‘From the moment they met, it was murder!’, goes the tagline of Double Indemnity (1944). And to be fair, that could be the tagline for any of them! Lust, angst, love, hate, lies, double-crossings and murder… When two people come together in film noir, you can expect any and all of those! Here are seven of my personal favorite couples in noir world, in no particular order:
Kathie Moffat (Jane Greer) and Jeff Bailey (Robert Mitchum) in Out of the Past (1947) – The baddest bad girl and the coolest cat can only be an explosive combination! Poor Jeff. All he wanted was to start over, but as we know, noir won’t let anyone escape their past. In this case, Kathie is the key to Jeff’s past as well as his ultimate destruction, and he knows this. As her double-crossing ways get more devious by the minute, Jeff tries his hardest to get out and, as a result, lust, fascination and hate collide whenever these two are in the same room together.
Vivian Sternwood (Lauren Bacall) and Phillip Marlowe (Humphrey Bogart) in The Big Sleep (1946) – The most convoluted plot ever actually makes for one of the most exciting noirs. And right at the center of it all is the relationship between Vivian and Marlowe. Curiously, in a world full of deceit, chases and double crosses, these two seem to be more at easy with each other than when they’re apart, and, being the only real-life couple on the list, that is perhaps not surprising.
Stella (Linda Darnell) and Eric Stanton (Dana Andrews) in Fallen Angel (1945)– Stella’s no-nonsense, straightforward attitude is not what con man Eric expected when he got off the bus in Walton, but he definitely likes it. Their cat-and-mouse game is fun to watch, mostly because of how she can handle him despite his controlling ways, and their interactions clearly define the good side of town vs bad side of town aspect of the film. This, ironically, makes Stella one of the most sympathetic characters in noir.
Phyllis Dietrichson (Barbara Stanwyck) and Walter Neff (Fred MacMurray) in Double Indemnity (1944)– It all started with an anklet. And ended far worse than either of them imagined. A murder plan concocted by a housewife and an insurance salesman, both driven by lust and greed, their combined rottenness is matched only by sleaziness of their relationship. It’s hot, it’s mad and it’s deceitful. What could go wrong?
Laurel Gray (Gloria Grahame) and Dix Steele (Humphrey Bogart) in In a Lonely Place (1950)– When Dix becomes the main suspect in a murder, Laurel, his neighbor, testifies, and the two unexpectedly fall in love. The question of the whether or not Dix is guilty is all the more poignant when their relationship is put to the test over and over, as we navigate the film through Laurel’s eyes. Their love for each other is so consuming, so intimate, so desperate, it makes In a Lonely Place seem more like a love story disguised as a murder mystery noir than anything else.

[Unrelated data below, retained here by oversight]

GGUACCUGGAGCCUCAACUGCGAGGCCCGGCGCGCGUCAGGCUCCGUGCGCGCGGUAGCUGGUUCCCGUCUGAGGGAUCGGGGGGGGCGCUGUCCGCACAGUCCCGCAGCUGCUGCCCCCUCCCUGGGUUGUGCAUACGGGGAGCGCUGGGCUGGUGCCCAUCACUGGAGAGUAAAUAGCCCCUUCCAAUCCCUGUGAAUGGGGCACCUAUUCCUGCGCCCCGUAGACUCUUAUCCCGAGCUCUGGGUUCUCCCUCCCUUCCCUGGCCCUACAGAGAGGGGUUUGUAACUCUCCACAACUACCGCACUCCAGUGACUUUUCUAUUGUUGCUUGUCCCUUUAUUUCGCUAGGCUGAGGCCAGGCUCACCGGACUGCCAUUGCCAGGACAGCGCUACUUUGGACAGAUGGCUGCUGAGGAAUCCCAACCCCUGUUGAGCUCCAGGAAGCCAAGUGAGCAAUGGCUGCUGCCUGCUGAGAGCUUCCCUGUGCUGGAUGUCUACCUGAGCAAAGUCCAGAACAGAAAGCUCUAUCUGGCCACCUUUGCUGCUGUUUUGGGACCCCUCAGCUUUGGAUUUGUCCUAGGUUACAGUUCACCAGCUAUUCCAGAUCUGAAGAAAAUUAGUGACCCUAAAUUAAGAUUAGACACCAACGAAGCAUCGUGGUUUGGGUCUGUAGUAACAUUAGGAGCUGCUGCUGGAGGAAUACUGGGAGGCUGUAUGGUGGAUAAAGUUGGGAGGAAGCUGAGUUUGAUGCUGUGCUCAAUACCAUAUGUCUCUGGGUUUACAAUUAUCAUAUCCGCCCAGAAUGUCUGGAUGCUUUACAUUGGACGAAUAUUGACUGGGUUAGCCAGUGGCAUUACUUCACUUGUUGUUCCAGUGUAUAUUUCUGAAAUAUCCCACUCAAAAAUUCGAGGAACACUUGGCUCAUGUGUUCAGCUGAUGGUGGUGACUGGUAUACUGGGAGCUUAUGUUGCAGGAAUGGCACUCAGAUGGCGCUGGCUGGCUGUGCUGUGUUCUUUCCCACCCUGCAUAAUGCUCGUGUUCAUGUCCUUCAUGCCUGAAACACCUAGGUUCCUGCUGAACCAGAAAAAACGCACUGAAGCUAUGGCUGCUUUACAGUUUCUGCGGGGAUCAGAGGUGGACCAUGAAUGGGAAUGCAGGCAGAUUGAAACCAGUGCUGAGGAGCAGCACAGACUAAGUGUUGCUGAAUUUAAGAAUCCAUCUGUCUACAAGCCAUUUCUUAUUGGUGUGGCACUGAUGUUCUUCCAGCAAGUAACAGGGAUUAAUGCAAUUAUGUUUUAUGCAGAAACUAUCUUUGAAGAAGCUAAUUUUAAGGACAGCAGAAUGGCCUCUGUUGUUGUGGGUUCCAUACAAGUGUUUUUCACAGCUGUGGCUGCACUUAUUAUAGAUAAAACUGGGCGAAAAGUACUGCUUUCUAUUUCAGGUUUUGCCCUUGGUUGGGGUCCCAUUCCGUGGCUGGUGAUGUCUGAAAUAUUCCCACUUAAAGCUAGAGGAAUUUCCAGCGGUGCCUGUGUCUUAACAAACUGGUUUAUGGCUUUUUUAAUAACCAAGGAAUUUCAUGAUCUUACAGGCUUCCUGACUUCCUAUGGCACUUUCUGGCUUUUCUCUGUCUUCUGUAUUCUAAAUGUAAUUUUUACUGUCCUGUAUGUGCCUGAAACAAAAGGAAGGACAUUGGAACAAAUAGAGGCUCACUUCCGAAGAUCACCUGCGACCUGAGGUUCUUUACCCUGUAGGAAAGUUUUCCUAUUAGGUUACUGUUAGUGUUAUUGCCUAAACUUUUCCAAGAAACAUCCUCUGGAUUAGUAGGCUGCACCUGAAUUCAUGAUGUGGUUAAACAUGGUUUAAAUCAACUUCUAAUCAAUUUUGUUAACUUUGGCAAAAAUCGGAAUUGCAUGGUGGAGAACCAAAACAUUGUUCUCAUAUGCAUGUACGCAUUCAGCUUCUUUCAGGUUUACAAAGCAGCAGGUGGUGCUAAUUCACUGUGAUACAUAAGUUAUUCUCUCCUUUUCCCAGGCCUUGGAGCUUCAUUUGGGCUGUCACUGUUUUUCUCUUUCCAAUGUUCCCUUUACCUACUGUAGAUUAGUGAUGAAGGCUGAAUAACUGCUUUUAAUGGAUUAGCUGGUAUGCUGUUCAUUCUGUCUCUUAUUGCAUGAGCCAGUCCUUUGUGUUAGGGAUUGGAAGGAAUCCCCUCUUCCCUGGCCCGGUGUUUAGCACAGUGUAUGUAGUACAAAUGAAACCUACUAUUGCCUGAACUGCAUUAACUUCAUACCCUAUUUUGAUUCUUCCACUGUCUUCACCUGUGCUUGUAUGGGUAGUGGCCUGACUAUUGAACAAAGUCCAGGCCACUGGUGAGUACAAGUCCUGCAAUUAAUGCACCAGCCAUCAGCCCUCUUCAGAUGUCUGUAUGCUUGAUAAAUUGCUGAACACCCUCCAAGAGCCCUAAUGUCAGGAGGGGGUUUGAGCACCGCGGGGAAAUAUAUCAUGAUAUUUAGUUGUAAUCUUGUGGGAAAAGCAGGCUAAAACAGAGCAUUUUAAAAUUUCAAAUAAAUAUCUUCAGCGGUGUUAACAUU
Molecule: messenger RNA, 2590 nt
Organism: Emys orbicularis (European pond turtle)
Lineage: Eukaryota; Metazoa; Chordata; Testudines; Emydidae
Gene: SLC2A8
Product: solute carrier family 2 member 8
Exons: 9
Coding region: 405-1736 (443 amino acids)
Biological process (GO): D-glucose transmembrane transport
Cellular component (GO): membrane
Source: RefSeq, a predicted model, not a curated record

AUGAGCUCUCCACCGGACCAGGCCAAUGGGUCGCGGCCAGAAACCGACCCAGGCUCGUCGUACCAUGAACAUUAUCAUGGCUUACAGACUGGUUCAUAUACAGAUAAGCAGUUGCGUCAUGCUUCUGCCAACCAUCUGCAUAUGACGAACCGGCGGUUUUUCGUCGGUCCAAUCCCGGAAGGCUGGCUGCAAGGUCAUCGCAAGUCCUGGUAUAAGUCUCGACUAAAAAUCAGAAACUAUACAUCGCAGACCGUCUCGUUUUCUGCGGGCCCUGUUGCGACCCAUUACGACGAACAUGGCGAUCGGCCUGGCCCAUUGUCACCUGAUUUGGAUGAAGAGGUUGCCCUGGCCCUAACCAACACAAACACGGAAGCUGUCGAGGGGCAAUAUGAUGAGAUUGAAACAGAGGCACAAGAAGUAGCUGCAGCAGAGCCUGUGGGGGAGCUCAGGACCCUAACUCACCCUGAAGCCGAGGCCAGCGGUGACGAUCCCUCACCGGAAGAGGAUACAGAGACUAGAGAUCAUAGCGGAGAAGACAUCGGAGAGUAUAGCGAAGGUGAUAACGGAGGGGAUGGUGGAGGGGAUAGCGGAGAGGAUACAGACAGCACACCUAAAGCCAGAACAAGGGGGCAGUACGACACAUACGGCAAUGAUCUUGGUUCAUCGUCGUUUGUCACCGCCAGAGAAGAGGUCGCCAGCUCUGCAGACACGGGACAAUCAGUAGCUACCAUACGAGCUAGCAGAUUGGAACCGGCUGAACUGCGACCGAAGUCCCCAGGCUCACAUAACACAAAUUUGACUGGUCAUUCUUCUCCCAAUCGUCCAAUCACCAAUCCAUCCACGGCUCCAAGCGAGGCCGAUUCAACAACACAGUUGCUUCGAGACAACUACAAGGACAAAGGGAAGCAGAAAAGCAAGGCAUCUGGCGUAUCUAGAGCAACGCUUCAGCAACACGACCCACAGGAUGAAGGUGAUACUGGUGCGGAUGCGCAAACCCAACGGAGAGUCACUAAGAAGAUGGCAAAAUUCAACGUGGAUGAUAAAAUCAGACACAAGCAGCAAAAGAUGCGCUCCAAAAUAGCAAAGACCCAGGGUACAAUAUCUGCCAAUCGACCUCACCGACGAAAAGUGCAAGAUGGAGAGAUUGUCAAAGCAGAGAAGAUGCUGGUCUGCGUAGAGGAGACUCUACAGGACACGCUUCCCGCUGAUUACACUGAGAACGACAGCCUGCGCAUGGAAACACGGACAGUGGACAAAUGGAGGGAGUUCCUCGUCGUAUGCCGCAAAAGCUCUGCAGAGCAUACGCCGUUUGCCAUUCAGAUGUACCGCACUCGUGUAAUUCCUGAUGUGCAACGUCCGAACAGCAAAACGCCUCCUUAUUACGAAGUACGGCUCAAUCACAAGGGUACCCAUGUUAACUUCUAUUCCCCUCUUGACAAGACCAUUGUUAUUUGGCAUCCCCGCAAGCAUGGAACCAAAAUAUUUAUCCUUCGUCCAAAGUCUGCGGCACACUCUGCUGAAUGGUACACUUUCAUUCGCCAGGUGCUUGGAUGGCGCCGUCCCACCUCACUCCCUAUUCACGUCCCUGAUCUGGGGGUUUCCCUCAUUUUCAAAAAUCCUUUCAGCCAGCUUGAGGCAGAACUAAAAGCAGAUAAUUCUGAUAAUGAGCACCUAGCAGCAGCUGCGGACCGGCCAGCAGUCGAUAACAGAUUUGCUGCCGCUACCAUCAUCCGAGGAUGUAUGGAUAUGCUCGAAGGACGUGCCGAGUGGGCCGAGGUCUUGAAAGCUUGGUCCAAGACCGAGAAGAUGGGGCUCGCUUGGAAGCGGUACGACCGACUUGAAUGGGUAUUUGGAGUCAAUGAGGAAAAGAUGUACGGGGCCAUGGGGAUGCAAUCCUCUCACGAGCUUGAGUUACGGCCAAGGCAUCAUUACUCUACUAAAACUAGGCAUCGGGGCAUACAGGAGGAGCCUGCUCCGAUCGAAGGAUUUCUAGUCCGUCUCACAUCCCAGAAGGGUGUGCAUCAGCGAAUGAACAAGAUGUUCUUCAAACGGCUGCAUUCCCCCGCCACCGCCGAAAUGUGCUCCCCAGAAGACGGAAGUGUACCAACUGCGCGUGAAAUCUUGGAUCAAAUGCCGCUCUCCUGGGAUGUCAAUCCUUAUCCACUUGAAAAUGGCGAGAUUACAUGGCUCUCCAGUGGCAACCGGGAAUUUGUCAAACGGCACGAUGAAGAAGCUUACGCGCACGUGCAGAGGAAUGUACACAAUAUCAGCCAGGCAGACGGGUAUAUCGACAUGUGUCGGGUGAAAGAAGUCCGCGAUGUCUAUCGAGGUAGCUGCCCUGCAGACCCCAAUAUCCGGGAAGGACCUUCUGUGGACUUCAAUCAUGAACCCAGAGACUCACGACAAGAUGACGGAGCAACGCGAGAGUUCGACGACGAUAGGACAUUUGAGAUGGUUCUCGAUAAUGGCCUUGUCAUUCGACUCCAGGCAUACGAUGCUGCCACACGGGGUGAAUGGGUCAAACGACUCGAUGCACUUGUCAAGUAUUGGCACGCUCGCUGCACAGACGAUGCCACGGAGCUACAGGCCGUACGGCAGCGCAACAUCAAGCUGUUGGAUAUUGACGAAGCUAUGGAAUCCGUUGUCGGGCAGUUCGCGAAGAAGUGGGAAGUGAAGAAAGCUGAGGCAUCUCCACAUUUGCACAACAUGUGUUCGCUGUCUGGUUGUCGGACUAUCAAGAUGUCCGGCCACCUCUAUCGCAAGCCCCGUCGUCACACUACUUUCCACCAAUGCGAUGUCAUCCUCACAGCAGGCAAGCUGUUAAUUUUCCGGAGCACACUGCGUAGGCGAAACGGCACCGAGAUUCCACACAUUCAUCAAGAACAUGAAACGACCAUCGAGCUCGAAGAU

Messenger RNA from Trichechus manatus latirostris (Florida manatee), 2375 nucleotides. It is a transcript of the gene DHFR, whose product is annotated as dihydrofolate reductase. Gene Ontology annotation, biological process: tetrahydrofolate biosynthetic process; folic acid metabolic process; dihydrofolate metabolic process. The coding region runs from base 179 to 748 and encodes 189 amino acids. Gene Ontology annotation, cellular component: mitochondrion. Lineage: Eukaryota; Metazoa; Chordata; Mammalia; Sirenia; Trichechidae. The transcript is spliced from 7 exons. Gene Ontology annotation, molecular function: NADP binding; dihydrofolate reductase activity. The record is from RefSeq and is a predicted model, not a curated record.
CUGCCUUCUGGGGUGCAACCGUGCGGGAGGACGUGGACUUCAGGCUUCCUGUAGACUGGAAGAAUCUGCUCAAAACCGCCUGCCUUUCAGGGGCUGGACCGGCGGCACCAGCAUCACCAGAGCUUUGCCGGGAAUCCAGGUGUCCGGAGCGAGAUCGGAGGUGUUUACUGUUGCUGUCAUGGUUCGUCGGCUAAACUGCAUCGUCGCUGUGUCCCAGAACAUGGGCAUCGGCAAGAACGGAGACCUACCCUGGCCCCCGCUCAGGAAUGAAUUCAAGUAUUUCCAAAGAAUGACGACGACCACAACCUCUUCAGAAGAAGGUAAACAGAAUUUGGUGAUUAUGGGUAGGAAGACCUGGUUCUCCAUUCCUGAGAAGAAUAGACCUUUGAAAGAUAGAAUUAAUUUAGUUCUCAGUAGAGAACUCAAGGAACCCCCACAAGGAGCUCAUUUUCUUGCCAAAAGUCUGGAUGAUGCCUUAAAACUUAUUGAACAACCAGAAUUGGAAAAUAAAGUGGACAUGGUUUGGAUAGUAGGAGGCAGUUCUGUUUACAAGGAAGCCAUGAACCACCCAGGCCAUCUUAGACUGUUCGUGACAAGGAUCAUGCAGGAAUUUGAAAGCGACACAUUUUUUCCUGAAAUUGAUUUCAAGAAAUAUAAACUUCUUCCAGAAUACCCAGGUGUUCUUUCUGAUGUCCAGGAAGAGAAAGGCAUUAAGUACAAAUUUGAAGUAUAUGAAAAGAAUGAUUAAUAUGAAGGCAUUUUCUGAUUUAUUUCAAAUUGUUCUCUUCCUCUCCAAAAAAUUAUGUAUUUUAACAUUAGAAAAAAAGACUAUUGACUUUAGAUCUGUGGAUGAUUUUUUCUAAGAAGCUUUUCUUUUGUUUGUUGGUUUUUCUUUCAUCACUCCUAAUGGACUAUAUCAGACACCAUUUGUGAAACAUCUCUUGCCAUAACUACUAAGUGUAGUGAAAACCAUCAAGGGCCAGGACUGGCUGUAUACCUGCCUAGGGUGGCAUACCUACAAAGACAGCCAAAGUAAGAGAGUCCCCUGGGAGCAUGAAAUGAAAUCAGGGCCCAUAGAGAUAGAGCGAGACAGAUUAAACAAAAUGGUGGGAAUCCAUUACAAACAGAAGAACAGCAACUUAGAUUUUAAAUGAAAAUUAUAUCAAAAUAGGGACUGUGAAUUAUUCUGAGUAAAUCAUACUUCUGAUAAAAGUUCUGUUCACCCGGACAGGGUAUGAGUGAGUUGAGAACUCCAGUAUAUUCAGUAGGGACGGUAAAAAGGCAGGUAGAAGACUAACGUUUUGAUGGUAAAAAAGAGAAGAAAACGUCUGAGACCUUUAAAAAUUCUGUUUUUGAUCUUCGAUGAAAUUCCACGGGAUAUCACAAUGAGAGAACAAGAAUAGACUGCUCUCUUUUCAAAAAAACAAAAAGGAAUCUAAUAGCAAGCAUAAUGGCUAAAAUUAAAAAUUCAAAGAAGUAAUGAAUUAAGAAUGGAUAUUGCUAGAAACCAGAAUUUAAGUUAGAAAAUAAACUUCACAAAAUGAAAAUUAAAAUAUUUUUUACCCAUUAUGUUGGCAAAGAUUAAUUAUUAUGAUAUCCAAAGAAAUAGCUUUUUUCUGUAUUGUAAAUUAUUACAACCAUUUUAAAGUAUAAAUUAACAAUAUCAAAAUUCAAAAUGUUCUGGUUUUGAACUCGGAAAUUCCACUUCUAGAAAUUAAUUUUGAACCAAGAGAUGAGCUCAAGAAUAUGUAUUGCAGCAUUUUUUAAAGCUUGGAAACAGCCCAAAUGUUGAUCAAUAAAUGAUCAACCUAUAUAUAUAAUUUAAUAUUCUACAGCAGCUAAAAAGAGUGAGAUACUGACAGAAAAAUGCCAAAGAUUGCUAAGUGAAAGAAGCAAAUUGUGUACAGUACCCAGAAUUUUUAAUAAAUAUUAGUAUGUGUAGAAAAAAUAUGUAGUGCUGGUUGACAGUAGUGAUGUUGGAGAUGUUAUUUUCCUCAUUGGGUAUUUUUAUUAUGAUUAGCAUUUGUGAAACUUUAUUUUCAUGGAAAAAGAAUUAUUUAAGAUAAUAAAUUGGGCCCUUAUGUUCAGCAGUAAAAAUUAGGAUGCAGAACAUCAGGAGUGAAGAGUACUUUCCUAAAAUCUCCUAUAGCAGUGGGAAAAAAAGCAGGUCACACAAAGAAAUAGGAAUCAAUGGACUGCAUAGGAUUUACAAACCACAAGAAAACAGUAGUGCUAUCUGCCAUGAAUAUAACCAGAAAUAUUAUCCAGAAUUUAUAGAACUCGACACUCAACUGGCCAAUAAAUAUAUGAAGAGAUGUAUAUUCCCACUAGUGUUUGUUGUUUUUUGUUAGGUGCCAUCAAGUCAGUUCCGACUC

Candy (Jean Peters) and Skip McCoy (Richard Widmark) in Pickup on South Street (1953)– A pickpocket, a Communist agent’s girlfriend and the top-secret microfilm between them… a combination that results in one of the most electrifying and intense love-hate relationships in noir world, and one of the few that doesn’t end tragically. As their feelings for each other become clearer, their chemistry is so good, their kisses so intimate, you almost feel like you’re intruding… Hot, hot, hot.
Gilda (Rita Hayworth) and Johnny Farrell (Glenn Ford) in Gilda (1946)– The hottest couple of them all, in my opinion. The circumstances surrounding their reunion – Johnny is hired by Ballin Mundson (George Macready) to work at his casino, not knowing his ex-lover Gilda is Ballin’s wife… – are enough to let the angst flow! Their love-hate relationship is hot, exciting, tragic and romantic, as they try to deny their feelings for each other, to no avail. Their chemistry is some of the best there has ever been, and, as far as film noir goes, that is always a bonus!